Among the various accounts of adversarial beings in the Bible is the fascinating story of certain elohim emissaries who have fallen into disrepute among their own kind and are imprisoned as criminals facing ultimate punishment at the Day of Judgment (see I Pet 3:19,20; II Pet 2:4,5; Jud 6). One may reasonably infer that these “angels who sinned” are those identified in the Genesis Chapter Six text as “sons of god” (elohim) presumed to have had forbidden sexual relations with human women that produced mighty and renowned offspring in the ancient world. The Genesis text also mentions an ancient race called the Nephilim (Lit. “those who cause to fall, as from a great height.”), poorly rendered as “giants” in many older translations. As Moses does not develop this history in any detail, many writers have been led to wild speculation and misleading fictional stories unsupported by any concrete biblical information.
A question that often arises among students of the Bible as well as researchers into UFOs and extraterrestrial life is how one can properly distinguish between benevolent and malevolent extraterrestrials, and ascertain their motives. Especially alarming to some is the recent rise in cases of UFO abductions and reports of encounters with hostile beings of varying form and appearance. It would be nice if the Bible were to sort out this problem for us but, unfortunately, it does not provide an easy distinction such as “the good guys wear white hats and the bad guys wear black hats”. Indeed, given the fact that the Bible includes adversarial beings that are deliberately deceptive among the elohim kind, some concern may be warranted.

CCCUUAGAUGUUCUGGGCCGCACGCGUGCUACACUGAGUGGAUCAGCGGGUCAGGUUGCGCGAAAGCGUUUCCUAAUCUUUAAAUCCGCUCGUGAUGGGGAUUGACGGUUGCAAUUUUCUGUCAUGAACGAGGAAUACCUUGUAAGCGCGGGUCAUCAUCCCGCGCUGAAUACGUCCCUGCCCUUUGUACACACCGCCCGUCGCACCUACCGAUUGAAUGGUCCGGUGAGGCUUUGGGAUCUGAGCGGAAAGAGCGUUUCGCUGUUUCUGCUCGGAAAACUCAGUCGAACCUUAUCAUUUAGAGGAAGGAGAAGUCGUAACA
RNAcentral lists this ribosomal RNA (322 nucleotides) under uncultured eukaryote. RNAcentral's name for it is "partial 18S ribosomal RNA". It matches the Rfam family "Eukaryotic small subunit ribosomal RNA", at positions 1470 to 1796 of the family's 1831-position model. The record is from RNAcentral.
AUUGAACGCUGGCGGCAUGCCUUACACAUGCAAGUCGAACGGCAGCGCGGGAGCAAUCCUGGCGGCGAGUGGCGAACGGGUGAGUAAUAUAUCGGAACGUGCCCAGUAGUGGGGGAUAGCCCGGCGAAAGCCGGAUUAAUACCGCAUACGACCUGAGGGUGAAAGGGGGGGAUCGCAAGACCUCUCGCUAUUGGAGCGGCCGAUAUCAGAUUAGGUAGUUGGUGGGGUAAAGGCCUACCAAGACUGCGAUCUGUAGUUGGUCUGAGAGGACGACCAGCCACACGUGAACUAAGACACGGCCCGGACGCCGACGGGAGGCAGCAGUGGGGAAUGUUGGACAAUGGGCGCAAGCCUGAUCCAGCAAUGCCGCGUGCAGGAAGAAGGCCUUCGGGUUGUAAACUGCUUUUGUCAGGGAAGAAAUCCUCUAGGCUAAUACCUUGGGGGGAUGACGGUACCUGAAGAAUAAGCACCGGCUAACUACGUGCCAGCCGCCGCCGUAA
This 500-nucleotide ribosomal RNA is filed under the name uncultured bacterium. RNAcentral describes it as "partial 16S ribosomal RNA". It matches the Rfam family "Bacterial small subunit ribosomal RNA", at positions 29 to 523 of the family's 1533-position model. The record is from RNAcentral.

Clearly, the OT writers considered themselves no match for the elohim and therefore submitted themselves with pleas for mercy, completely and fearfully dependent upon the intercession of pious prophets and devout priests to intercede on Israel’s behalf with Yahweh to spare them from their enemies, above and below.
The NT offers a somewhat more hopeful solution to the adversarial elohim problem. Through the power of faith and trust in the Messianic authority of Yeshua who is portrayed as the Empire’s “Crown Prince”, if you will, following his resurrection and ascension into outer space, the individual believer may be given the spiritual power to resist the Devil and even to repel, or cast out, invasive demonic beings in others. The NT repeatedly warns believers to be alert for deception and also to “test the spirits” to determine whether they represent Lord Yahweh or are perhaps a clever, even disguised, adversary (see I Jno 4:1-6).
Generally, Yeshua’s devotees are instructed to exercise dependent, child-like faith in the Father, Yahweh, and are told to use wisdom and sound judgment to differentiate between righteous and deceptive or evil elohim. Beyond this, certain faithful believers may also acquire special spiritual gifts including the gift of discernment called “distinguishings” (see I Cor 12:10). All believers are furthermore instructed to avail themselves of defensive spiritual armor and weapons for waging spiritual warfare against the forces of the dark side (see Eph 6:10-17). Note in the following passage found in Paul’s letter to the believers at Ephesus, this striking commentary on human involvement in the struggle against these extraterrestrial forces of evil.
By W. L. Graham